Posts Tagged 'frugal'

With slumping economy, Americans may be saving more

For a while, the national savings rate – how much people save instead of spend – was negative. But that trend may be reversing, says the Washington Post, because of the soured economy.

When people are facing job loss, higher credit bills, and less disposable income, they will seek ways to keep and save their money. Beware the unintended consequences, says the Post:

Ironically, even if consumers are saving more, they could be helping to make the recession worse. The more people save, the less they spend, driving down demand for goods and services, which in turn dampens economic growth. The economist John Maynard Keynes dubbed this “the paradox of thrift.”

Unfortunately for the economy, more Americans are cutting back on frivilous expenses, like hair stylists and dining out, because many fear unemployment and rising medical costs.

What about you? Are you saving more these days, or looking for ways to cut expenses? Let us know in the comments.


Earn extra holiday money this fall



Need to earn some extra money for the holiday season? The Frugal Village offers 15 great tips on how to do chores for others to earn some extra pocket money, including cleaning out gutters, hanging Christmas lights, babysitting, selling stuff on eBay, and working a seasonal job in retail.

American 1’s Christmas Club account is a great way to save up for holiday shopping over the year. Are your spending habits changing this holiday season? How do you save for Christmas shopping?

Make your own budget-friendly Halloween costume



First, a tip: don’t wear masks in the branches this time of year. Your bank robber costume may look authentic, but it could get you in a lot of trouble. If we can’t see your face, please don’t step foot in the branch. I hope the reason is obvious.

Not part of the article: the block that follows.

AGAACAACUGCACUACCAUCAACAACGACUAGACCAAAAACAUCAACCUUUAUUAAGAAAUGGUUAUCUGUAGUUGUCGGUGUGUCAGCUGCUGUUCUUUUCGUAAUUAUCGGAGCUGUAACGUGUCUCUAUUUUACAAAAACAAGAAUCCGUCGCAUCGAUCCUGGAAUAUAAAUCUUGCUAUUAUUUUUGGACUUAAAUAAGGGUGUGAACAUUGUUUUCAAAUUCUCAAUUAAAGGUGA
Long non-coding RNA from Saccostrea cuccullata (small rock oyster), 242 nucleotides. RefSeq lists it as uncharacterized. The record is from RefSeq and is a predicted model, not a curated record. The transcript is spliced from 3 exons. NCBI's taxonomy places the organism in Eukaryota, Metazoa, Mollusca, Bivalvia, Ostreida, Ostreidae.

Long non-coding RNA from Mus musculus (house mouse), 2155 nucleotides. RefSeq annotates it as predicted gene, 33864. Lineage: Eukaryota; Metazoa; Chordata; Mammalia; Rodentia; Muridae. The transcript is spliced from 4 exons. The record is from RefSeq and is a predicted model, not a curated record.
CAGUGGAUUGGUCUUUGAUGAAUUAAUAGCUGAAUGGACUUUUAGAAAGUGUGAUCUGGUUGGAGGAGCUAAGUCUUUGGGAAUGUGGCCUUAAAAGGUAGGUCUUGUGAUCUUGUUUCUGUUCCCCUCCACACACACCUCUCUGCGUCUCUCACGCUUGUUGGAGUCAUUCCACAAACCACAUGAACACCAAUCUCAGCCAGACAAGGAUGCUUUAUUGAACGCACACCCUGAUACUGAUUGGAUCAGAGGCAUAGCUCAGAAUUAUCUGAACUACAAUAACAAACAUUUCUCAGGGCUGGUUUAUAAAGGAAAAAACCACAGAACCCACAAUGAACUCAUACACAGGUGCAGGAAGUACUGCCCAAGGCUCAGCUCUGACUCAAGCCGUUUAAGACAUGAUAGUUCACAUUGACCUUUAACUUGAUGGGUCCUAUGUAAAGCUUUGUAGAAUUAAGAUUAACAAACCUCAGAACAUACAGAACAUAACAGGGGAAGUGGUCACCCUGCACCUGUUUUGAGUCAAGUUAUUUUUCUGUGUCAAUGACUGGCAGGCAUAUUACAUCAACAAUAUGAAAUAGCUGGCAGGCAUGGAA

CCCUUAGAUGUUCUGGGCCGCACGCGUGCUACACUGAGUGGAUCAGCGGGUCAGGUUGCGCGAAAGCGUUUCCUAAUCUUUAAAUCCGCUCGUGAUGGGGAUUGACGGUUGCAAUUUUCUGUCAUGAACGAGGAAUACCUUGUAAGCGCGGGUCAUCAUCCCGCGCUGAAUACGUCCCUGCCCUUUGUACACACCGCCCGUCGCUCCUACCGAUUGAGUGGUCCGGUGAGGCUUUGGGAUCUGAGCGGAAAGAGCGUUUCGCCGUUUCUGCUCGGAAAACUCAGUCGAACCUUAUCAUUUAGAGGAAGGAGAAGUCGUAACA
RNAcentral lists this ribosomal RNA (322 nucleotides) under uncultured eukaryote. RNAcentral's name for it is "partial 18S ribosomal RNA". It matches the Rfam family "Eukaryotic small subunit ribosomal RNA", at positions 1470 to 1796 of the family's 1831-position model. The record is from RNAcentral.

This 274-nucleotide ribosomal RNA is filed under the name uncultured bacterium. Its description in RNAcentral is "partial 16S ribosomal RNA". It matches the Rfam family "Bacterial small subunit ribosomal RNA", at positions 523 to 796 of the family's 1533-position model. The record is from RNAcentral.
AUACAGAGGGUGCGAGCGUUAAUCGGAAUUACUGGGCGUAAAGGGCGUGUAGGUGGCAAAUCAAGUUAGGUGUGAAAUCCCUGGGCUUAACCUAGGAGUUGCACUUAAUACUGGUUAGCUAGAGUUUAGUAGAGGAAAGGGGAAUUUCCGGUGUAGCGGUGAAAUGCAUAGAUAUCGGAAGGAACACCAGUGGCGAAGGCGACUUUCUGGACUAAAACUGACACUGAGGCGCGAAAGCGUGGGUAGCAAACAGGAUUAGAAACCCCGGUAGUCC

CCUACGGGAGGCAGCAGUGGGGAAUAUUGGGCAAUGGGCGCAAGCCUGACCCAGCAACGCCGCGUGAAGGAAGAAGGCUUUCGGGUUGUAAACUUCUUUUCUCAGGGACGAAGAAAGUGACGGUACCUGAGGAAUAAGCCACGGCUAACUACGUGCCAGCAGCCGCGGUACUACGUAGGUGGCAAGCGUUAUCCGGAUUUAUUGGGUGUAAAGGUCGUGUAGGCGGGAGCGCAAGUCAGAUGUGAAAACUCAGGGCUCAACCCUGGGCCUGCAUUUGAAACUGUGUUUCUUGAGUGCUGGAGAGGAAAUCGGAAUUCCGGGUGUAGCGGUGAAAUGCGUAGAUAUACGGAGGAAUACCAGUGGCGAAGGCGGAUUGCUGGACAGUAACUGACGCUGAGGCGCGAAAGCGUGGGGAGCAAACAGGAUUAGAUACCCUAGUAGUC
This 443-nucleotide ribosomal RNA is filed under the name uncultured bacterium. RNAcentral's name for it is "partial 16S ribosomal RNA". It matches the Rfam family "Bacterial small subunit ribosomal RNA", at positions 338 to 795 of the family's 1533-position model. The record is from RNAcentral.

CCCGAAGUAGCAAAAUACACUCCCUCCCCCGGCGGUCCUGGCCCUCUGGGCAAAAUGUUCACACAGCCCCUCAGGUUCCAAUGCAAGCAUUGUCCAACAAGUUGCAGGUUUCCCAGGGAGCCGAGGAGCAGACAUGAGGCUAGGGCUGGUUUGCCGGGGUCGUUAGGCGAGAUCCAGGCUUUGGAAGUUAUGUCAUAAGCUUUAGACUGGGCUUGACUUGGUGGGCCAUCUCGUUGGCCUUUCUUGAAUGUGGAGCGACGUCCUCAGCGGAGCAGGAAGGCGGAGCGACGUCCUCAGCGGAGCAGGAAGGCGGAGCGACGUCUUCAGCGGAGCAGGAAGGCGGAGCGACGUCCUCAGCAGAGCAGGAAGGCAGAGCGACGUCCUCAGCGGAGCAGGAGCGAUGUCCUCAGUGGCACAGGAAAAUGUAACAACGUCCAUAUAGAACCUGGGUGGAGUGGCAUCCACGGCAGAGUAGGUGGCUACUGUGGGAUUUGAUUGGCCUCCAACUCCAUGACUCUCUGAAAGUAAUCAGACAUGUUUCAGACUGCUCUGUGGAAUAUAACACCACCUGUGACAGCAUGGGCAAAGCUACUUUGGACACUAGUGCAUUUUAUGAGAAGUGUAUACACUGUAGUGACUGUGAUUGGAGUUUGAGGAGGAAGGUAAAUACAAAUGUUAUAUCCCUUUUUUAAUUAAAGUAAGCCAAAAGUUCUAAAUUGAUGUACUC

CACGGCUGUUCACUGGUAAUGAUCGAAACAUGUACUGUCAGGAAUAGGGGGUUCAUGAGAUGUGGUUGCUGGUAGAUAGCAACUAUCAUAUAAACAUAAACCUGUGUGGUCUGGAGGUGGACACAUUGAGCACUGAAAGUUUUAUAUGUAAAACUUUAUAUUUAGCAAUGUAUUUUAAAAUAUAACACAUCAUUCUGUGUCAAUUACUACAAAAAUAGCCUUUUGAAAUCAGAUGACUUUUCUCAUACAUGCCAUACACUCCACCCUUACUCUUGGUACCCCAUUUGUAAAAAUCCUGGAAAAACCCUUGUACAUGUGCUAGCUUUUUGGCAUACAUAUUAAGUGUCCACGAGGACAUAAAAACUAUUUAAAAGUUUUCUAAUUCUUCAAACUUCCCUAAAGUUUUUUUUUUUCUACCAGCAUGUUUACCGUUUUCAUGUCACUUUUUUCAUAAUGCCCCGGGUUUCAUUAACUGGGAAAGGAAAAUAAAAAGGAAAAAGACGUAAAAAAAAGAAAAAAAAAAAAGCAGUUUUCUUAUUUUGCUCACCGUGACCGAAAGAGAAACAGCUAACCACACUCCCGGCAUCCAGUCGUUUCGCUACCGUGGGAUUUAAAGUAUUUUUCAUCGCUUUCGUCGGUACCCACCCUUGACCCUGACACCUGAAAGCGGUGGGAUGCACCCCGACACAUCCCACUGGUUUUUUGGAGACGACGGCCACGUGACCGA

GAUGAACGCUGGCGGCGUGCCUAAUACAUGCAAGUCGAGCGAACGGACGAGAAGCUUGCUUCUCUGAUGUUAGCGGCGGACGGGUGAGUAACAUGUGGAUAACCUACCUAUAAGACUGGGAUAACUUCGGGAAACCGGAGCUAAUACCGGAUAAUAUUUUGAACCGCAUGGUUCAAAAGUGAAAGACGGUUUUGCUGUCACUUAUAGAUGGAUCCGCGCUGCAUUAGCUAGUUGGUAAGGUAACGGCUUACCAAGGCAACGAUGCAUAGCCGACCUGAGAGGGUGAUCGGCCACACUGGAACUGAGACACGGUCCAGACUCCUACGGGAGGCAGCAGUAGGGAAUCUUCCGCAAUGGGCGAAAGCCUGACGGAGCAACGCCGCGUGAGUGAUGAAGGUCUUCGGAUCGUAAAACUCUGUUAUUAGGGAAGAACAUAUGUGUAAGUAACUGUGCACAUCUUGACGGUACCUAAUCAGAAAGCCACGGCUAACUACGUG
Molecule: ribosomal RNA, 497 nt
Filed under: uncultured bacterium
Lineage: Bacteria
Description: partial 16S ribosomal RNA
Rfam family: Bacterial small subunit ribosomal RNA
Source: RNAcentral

Second, the affordable costume tips, thanks to Frugal Village. “Budget Friendly Halloween Costumes” lists great costume ideas for kids (and adults!) using nothing more than household items and used clothing. With just a few simple items, you can create a princess, any animal, a hobo, or a scarecrow. For the crafty, Frugal Village offers these tips:

1. Use spray paints or craft paints. fabric dye, fabric paints and/or pens, to color recycled items to desired color. One year I used silver spray paint to color and entire outfit for my son’s tin man costume. We recycled aluminum foil to use in making the hat and the axe. Some silver body glitter on the hands and face put the finishing touches on this costume!

2. Use regular clothing to create an all-over color effect as with the animal costumes.

3. Consider mittens or gloves when you need hand color

4. A gallon ice cream bucket w/handle makes a perfect trick or treat bucket. I save these throughout the year and recycle for hundreds of other uses. Use neon paint or stickers to add bright decorations. This is a good safety technique to make kids more visible while trick or treating

5. Make your own face paint: You will need Corn starch, Water, Cold cream, and Food coloring.

What are you going to be for Halloween?


Frugal tactics to save money this summer

Trent over at the Simple Dollar blog always has great personal finance tips to share. Check out his “Eight Little Frugal Tactics I’ve Learned This Summer” for some pointers on how to not spend a bunch of money, but still have a good time, during these warmer months.

Here’s one we can identify with:

Community festivals can be a very cheap way to spend a summer weekend, particularly ones near your home or ones that line up well with other planned summer trips. Just take along a sack lunch, watch a parade and the other activities (or even participate), and even sample some of the local fare by buying one and sharing it with the rest of your group. Even better, you can participate in events that push you a bit outside your comfort zone and let you try something a bit different than usual.

Great idea, Trent. In fact, we’ll give you a few ideas on some fun, free, family-focused activities this summer. His other tips include no-brainers like growing a garden, using scrap paper for kindling, and actually getting to know your neighbors. Imagine that.



American 1 Federal Credit Union